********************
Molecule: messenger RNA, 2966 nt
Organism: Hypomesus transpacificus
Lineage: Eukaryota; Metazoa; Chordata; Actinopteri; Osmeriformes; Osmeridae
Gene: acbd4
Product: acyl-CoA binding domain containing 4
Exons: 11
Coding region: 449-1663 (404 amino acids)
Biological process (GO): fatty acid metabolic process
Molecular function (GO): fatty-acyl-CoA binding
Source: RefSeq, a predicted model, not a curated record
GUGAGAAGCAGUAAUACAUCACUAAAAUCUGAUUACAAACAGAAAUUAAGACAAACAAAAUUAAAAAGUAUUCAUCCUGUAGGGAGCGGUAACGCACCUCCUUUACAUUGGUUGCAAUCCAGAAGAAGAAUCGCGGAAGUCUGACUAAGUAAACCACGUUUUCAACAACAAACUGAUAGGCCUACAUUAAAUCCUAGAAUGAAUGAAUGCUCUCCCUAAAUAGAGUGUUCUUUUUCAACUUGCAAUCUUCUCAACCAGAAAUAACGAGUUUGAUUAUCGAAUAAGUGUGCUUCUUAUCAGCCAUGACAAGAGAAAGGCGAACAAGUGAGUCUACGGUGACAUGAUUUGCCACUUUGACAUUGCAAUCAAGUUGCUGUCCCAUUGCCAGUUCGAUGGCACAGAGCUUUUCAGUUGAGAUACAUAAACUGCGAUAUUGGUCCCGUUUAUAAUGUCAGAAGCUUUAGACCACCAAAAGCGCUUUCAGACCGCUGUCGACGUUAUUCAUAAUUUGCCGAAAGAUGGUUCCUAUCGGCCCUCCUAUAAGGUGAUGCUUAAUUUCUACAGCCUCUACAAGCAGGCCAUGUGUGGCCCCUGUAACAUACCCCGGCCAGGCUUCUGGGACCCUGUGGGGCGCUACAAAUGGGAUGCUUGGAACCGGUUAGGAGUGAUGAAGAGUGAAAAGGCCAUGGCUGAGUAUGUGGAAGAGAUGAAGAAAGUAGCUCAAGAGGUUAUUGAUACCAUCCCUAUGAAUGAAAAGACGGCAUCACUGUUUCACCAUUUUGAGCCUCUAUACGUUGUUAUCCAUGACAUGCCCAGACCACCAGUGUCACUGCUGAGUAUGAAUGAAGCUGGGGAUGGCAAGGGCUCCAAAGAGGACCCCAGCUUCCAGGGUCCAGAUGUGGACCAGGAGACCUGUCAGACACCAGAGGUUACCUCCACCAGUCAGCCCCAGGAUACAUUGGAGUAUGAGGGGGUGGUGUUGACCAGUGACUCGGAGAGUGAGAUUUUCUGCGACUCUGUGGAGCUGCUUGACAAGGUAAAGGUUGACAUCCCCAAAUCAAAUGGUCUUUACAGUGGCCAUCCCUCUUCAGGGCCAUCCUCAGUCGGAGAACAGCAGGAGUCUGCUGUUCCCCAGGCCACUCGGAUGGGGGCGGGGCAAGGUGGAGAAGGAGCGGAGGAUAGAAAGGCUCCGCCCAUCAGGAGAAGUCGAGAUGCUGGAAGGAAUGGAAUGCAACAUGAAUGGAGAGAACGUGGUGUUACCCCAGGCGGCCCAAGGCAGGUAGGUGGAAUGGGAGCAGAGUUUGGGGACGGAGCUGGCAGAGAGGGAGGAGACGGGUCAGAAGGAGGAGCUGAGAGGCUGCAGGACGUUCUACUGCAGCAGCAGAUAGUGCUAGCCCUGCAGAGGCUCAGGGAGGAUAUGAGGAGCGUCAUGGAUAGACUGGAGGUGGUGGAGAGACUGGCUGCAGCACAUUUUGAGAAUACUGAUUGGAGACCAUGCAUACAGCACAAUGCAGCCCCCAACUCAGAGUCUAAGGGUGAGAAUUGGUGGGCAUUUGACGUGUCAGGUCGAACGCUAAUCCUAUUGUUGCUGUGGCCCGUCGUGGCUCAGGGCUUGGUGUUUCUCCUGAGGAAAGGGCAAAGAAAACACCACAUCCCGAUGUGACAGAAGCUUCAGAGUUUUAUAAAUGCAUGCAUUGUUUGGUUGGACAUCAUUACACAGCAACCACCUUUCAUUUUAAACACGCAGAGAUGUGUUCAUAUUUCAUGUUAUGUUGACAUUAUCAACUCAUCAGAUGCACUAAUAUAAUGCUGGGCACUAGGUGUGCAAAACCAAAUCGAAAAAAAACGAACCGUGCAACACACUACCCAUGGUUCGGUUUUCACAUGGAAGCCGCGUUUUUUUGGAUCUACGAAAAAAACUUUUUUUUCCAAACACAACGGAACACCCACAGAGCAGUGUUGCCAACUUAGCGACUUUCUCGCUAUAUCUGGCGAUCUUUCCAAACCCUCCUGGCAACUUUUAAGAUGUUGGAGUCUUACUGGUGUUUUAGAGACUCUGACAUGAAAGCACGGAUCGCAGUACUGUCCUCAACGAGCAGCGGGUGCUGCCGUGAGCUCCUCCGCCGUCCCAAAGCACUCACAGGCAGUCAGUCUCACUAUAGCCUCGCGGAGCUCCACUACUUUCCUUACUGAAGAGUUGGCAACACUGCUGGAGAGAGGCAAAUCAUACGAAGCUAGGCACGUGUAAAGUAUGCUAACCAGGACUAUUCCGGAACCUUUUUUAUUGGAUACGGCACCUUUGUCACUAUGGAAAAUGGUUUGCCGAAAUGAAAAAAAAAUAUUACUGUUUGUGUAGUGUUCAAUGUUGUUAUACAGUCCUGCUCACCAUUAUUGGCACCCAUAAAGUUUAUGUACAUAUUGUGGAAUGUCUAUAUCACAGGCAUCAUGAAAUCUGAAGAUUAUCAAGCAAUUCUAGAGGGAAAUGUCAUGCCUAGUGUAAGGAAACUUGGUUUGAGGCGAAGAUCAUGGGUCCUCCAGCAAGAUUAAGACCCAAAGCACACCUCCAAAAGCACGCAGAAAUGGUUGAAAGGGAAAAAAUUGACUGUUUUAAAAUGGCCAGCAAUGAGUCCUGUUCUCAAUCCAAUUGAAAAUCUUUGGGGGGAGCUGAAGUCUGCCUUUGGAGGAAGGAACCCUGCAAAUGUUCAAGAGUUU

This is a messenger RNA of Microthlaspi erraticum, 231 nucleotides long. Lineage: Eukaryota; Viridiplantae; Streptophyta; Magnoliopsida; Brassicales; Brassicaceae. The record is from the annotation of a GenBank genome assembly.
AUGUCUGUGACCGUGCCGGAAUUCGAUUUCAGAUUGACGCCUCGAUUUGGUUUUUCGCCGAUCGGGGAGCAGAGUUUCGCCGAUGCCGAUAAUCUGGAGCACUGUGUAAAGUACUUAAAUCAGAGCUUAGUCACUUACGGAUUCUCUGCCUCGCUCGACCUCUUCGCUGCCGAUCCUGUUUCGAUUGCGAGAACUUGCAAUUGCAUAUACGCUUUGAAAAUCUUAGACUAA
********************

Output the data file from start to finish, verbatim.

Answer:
Molecule: messenger RNA, 2966 nt
Organism: Hypomesus transpacificus
Lineage: Eukaryota; Metazoa; Chordata; Actinopteri; Osmeriformes; Osmeridae
Gene: acbd4
Product: acyl-CoA binding domain containing 4
Exons: 11
Coding region: 449-1663 (404 amino acids)
Biological process (GO): fatty acid metabolic process
Molecular function (GO): fatty-acyl-CoA binding
Source: RefSeq, a predicted model, not a curated record
GUGAGAAGCAGUAAUACAUCACUAAAAUCUGAUUACAAACAGAAAUUAAGACAAACAAAAUUAAAAAGUAUUCAUCCUGUAGGGAGCGGUAACGCACCUCCUUUACAUUGGUUGCAAUCCAGAAGAAGAAUCGCGGAAGUCUGACUAAGUAAACCACGUUUUCAACAACAAACUGAUAGGCCUACAUUAAAUCCUAGAAUGAAUGAAUGCUCUCCCUAAAUAGAGUGUUCUUUUUCAACUUGCAAUCUUCUCAACCAGAAAUAACGAGUUUGAUUAUCGAAUAAGUGUGCUUCUUAUCAGCCAUGACAAGAGAAAGGCGAACAAGUGAGUCUACGGUGACAUGAUUUGCCACUUUGACAUUGCAAUCAAGUUGCUGUCCCAUUGCCAGUUCGAUGGCACAGAGCUUUUCAGUUGAGAUACAUAAACUGCGAUAUUGGUCCCGUUUAUAAUGUCAGAAGCUUUAGACCACCAAAAGCGCUUUCAGACCGCUGUCGACGUUAUUCAUAAUUUGCCGAAAGAUGGUUCCUAUCGGCCCUCCUAUAAGGUGAUGCUUAAUUUCUACAGCCUCUACAAGCAGGCCAUGUGUGGCCCCUGUAACAUACCCCGGCCAGGCUUCUGGGACCCUGUGGGGCGCUACAAAUGGGAUGCUUGGAACCGGUUAGGAGUGAUGAAGAGUGAAAAGGCCAUGGCUGAGUAUGUGGAAGAGAUGAAGAAAGUAGCUCAAGAGGUUAUUGAUACCAUCCCUAUGAAUGAAAAGACGGCAUCACUGUUUCACCAUUUUGAGCCUCUAUACGUUGUUAUCCAUGACAUGCCCAGACCACCAGUGUCACUGCUGAGUAUGAAUGAAGCUGGGGAUGGCAAGGGCUCCAAAGAGGACCCCAGCUUCCAGGGUCCAGAUGUGGACCAGGAGACCUGUCAGACACCAGAGGUUACCUCCACCAGUCAGCCCCAGGAUACAUUGGAGUAUGAGGGGGUGGUGUUGACCAGUGACUCGGAGAGUGAGAUUUUCUGCGACUCUGUGGAGCUGCUUGACAAGGUAAAGGUUGACAUCCCCAAAUCAAAUGGUCUUUACAGUGGCCAUCCCUCUUCAGGGCCAUCCUCAGUCGGAGAACAGCAGGAGUCUGCUGUUCCCCAGGCCACUCGGAUGGGGGCGGGGCAAGGUGGAGAAGGAGCGGAGGAUAGAAAGGCUCCGCCCAUCAGGAGAAGUCGAGAUGCUGGAAGGAAUGGAAUGCAACAUGAAUGGAGAGAACGUGGUGUUACCCCAGGCGGCCCAAGGCAGGUAGGUGGAAUGGGAGCAGAGUUUGGGGACGGAGCUGGCAGAGAGGGAGGAGACGGGUCAGAAGGAGGAGCUGAGAGGCUGCAGGACGUUCUACUGCAGCAGCAGAUAGUGCUAGCCCUGCAGAGGCUCAGGGAGGAUAUGAGGAGCGUCAUGGAUAGACUGGAGGUGGUGGAGAGACUGGCUGCAGCACAUUUUGAGAAUACUGAUUGGAGACCAUGCAUACAGCACAAUGCAGCCCCCAACUCAGAGUCUAAGGGUGAGAAUUGGUGGGCAUUUGACGUGUCAGGUCGAACGCUAAUCCUAUUGUUGCUGUGGCCCGUCGUGGCUCAGGGCUUGGUGUUUCUCCUGAGGAAAGGGCAAAGAAAACACCACAUCCCGAUGUGACAGAAGCUUCAGAGUUUUAUAAAUGCAUGCAUUGUUUGGUUGGACAUCAUUACACAGCAACCACCUUUCAUUUUAAACACGCAGAGAUGUGUUCAUAUUUCAUGUUAUGUUGACAUUAUCAACUCAUCAGAUGCACUAAUAUAAUGCUGGGCACUAGGUGUGCAAAACCAAAUCGAAAAAAAACGAACCGUGCAACACACUACCCAUGGUUCGGUUUUCACAUGGAAGCCGCGUUUUUUUGGAUCUACGAAAAAAACUUUUUUUUCCAAACACAACGGAACACCCACAGAGCAGUGUUGCCAACUUAGCGACUUUCUCGCUAUAUCUGGCGAUCUUUCCAAACCCUCCUGGCAACUUUUAAGAUGUUGGAGUCUUACUGGUGUUUUAGAGACUCUGACAUGAAAGCACGGAUCGCAGUACUGUCCUCAACGAGCAGCGGGUGCUGCCGUGAGCUCCUCCGCCGUCCCAAAGCACUCACAGGCAGUCAGUCUCACUAUAGCCUCGCGGAGCUCCACUACUUUCCUUACUGAAGAGUUGGCAACACUGCUGGAGAGAGGCAAAUCAUACGAAGCUAGGCACGUGUAAAGUAUGCUAACCAGGACUAUUCCGGAACCUUUUUUAUUGGAUACGGCACCUUUGUCACUAUGGAAAAUGGUUUGCCGAAAUGAAAAAAAAAUAUUACUGUUUGUGUAGUGUUCAAUGUUGUUAUACAGUCCUGCUCACCAUUAUUGGCACCCAUAAAGUUUAUGUACAUAUUGUGGAAUGUCUAUAUCACAGGCAUCAUGAAAUCUGAAGAUUAUCAAGCAAUUCUAGAGGGAAAUGUCAUGCCUAGUGUAAGGAAACUUGGUUUGAGGCGAAGAUCAUGGGUCCUCCAGCAAGAUUAAGACCCAAAGCACACCUCCAAAAGCACGCAGAAAUGGUUGAAAGGGAAAAAAUUGACUGUUUUAAAAUGGCCAGCAAUGAGUCCUGUUCUCAAUCCAAUUGAAAAUCUUUGGGGGGAGCUGAAGUCUGCCUUUGGAGGAAGGAACCCUGCAAAUGUUCAAGAGUUU

This is a messenger RNA of Microthlaspi erraticum, 231 nucleotides long. Lineage: Eukaryota; Viridiplantae; Streptophyta; Magnoliopsida; Brassicales; Brassicaceae. The record is from the annotation of a GenBank genome assembly.
AUGUCUGUGACCGUGCCGGAAUUCGAUUUCAGAUUGACGCCUCGAUUUGGUUUUUCGCCGAUCGGGGAGCAGAGUUUCGCCGAUGCCGAUAAUCUGGAGCACUGUGUAAAGUACUUAAAUCAGAGCUUAGUCACUUACGGAUUCUCUGCCUCGCUCGACCUCUUCGCUGCCGAUCCUGUUUCGAUUGCGAGAACUUGCAAUUGCAUAUACGCUUUGAAAAUCUUAGACUAA